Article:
Tirupati happens to be one of the most visited pilgrimage sites in the country. Venkateswara, Balaji, Srinivasa or Govinda as the Lord of the Seven Hills is called, is much sought after for a darshan. Devotees stand in queue, sometimes for as long as 36 hours, to see their deity.
A few decades ago, when the crowds became unmanageable, the Tirumala Tirupati Devasthanam created enclosures for the devotees to wait, while they regulated the darshan and entry into the temple. This system, refined through time, had be improved and improvised to reduce waiting time. Even then, on festivals and days special to the Lord, the crowds surge and waiting times increase.
So what is special about Tirupati? The story goes back to the time of Hiranyaksa, the rakshasa, due to whose acts, Bhoomadevi or the earth sank to the bottom of the ocean. In order to kill the rakshasa and rescue her, Lord Vishnu took the form of the Varaha or the boar, to bring her back to float on the top of the ocean called Garbhodaka as the earth always did. Now Bhoomadevi is believed to be Lakshmi incarnate, Lakshmi who is the consort of Lord Vishnu. Thus rescued by him, she was happy to be united with her Lord. All this took place in Satya Yuga.
Life on earth revived and Lord Varaha decided to settle on it with his consort. So he asked the divine serpent Adishesha to come down on earth. He also asked his vahana, Garuda, to bring the Tirumala hill down from his divine abode, Vaikunta. Adishesha coiled into one of the seven hills which came to be called Seshagiri, and Tirumala, brought down from Vaikunta, also became one of the seven, together called the Seshadri, part of the Seshachalam range of hills. The place at that time, began to be called the Varaha Kshetram or the abode of Varaha.
Fast forward to Kali Yuga. A time when man’s goodness is at an all-time low.
In Vaikuntha, Goddess Lakshmi sees her husband insulted by Sage Brughu, who delivers a kick to Lord Vishnu on the chest. Unable to bear watching her husband so humiliated, the Goddess left Vaikunta and went down to earth. It is believed that she descended to Kolhapur, where the very famous temple to Mahalakshmi now is.
Unable to bear the separation from his beloved, Lord Vishnu came down to earth as well, as Srinivasa. Here, in a series of events, Lord Srinivasa was wed to Padmavati, a reincarnation of Goddess Lakshmi herself. Their wedding was funded by Lord Kubera. Lord Srinivasa was wed to Goddess Lakshmi as well. They settled at Venkatadri, another name for Tirumala-Tirupati. The wedding is even now celebrated as the Kalyana Utsavam.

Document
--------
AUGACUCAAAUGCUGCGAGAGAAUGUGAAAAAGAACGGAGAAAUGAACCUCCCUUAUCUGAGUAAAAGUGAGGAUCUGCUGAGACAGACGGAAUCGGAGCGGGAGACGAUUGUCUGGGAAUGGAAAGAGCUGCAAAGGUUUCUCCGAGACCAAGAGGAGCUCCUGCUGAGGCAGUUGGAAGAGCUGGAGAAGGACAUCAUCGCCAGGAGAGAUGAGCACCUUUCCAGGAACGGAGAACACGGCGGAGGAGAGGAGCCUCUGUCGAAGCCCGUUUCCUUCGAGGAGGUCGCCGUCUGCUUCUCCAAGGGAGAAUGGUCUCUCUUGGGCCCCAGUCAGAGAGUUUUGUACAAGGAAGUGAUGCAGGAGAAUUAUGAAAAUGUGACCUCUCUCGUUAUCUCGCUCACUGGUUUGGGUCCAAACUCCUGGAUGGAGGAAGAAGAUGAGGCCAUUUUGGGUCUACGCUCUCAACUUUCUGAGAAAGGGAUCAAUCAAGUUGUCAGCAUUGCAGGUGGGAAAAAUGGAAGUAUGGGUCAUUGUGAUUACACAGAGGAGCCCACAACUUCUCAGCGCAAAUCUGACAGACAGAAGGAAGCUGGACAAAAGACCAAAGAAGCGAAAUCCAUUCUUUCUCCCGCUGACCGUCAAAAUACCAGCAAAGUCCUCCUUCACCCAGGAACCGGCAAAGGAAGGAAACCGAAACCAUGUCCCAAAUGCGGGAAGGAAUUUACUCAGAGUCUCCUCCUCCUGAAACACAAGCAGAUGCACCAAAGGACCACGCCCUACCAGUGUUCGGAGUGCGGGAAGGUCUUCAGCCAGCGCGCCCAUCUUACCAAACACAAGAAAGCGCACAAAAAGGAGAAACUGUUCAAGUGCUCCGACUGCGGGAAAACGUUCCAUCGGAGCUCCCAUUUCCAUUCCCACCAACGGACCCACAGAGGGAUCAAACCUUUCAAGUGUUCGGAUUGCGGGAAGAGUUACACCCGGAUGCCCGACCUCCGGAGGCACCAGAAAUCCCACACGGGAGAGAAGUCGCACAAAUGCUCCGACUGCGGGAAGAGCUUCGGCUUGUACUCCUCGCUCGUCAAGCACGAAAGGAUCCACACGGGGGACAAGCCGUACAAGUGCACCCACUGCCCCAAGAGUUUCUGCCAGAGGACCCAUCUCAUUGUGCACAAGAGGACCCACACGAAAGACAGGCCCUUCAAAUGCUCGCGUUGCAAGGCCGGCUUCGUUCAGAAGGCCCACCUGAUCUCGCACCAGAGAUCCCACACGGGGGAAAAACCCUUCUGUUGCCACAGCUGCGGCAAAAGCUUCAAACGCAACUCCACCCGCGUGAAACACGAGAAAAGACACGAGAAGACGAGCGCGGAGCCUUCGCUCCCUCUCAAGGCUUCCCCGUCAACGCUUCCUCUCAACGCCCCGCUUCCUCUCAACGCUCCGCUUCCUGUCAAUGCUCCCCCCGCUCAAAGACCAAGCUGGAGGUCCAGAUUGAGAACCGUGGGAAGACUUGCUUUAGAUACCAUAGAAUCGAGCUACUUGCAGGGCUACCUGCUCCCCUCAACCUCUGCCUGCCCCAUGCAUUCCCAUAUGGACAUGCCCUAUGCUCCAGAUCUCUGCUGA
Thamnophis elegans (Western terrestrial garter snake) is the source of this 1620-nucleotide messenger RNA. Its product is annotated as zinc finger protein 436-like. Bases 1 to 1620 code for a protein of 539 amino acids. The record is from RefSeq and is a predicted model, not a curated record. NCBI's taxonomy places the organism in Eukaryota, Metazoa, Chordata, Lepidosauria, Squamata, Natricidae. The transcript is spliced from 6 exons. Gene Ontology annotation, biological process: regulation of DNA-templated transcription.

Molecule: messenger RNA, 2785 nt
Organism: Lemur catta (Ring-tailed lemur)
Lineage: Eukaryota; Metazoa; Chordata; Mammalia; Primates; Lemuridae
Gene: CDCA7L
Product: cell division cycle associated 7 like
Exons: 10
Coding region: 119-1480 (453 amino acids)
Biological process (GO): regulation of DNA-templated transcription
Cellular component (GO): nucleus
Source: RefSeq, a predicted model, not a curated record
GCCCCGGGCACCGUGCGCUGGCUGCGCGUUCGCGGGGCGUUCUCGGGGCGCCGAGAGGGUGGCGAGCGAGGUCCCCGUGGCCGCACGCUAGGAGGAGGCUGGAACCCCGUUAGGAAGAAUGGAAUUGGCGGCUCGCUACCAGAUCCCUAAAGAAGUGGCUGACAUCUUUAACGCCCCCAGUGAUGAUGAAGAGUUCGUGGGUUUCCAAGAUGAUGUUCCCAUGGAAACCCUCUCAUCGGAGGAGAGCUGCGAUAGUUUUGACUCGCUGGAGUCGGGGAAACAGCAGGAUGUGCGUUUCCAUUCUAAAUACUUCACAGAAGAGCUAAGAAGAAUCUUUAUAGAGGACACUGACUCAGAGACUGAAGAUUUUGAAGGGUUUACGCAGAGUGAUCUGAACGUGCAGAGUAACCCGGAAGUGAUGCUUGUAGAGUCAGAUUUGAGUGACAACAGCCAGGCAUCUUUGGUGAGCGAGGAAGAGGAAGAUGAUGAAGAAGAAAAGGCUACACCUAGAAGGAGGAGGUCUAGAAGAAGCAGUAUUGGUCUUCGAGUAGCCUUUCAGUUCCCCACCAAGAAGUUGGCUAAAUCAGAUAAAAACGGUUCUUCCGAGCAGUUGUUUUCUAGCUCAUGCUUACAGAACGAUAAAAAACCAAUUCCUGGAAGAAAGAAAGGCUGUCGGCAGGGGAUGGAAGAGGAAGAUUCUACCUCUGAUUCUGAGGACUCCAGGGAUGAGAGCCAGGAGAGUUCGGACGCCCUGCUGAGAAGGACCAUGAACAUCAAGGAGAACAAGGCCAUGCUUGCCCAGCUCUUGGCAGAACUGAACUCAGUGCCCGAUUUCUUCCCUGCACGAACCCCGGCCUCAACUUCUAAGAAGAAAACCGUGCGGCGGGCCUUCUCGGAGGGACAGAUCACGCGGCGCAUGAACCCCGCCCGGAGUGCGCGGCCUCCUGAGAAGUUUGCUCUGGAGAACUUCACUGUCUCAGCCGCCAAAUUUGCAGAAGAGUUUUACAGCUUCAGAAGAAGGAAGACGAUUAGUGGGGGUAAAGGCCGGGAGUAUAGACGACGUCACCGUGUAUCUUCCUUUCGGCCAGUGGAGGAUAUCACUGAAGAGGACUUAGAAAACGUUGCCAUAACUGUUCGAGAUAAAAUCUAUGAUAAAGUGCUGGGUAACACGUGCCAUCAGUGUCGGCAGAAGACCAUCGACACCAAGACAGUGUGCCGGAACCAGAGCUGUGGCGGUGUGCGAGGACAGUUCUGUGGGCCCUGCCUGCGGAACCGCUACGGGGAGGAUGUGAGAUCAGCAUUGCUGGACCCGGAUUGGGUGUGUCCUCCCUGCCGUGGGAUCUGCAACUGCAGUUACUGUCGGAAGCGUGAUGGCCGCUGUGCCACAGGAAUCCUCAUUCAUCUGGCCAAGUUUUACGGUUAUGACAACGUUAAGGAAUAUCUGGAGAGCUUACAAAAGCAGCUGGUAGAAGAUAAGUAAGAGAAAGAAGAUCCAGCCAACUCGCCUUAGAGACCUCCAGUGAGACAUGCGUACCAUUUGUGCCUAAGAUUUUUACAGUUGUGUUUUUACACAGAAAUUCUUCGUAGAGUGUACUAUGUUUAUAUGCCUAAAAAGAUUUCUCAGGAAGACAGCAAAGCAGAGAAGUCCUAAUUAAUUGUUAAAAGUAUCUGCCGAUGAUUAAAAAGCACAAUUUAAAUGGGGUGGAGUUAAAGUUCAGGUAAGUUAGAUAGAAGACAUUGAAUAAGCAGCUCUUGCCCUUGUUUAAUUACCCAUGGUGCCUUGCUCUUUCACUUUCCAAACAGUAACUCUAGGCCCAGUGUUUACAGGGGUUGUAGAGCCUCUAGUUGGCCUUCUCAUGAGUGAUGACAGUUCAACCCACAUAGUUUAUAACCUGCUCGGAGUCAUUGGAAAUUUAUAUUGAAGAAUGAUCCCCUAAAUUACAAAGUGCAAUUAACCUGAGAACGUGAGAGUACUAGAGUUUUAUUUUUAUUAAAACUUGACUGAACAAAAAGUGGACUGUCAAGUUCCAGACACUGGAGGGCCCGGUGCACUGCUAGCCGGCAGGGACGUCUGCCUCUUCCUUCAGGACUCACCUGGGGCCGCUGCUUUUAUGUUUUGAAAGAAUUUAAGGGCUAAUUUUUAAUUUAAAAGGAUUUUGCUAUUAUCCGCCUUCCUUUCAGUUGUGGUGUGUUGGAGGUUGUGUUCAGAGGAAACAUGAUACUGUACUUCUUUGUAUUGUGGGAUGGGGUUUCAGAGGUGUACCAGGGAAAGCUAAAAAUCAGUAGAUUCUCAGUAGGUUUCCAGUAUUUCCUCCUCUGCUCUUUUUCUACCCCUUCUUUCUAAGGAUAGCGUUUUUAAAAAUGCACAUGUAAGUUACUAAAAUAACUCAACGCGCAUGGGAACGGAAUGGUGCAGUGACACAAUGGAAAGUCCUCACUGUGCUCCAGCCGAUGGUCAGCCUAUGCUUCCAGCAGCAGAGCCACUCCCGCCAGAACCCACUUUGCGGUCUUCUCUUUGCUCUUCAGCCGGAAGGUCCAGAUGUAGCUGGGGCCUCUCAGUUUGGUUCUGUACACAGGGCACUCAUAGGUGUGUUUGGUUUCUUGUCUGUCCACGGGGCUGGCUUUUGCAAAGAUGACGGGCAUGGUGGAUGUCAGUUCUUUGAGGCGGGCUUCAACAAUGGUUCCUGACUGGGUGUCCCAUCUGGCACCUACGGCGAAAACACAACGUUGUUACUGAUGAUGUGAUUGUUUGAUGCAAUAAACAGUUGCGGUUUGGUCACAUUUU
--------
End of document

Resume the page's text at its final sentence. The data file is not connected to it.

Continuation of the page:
Lord Srinivasa is said to have come to earth to help devotees during Kali Yuga, a time when goodness would be at an all-time low. During this period, prayers to him would be fulfilled. He would also support his devotees through good times and bad. Devotees always visit Goddess Padmavati, who is at the foothills first, before going up for a darshan of Srinivasa.
Historically too, what was once a small temple that was hidden and worshipped by forest dwellers, has been built upon and expanded by various kings and dynasties. King Tondaman is said to have built the first structure for what has now become a giant temple complex.
Another was Princess Samavai of the Pallavas, who not just offered jewellery, but also established the practice of giving offerings to the Lord. This has been gleaned from some of the early inscriptions (614 AD) on the temple itself. The Cholas too contributed to the temple in many ways.
Today, Tirumala continues to be a favoured pilgrim spot. The call of the Lord Srinivasa, say devotees, brings them there. Despite the heat and dust of the crowds, the long queues and hours spent in wait, one glimpse of Venkateswara or Srinivasa, satisfies the devotee.
Tirupati only grows in popularity as belief always gives the individual a path of hope.
- Over 1 crore people visited Tirupati in 2021
- Andhra Pradesh tops as a domestic tourist destination in 2022, thanks to Tirupati
- Every day, an average of 50,000 to 1,00,000 visitors throng the temple
- On New Year 2023, the Tirupati hundi received a donation of Rs.7.6 crores
- Devotees give donations in cash, jewellery and gold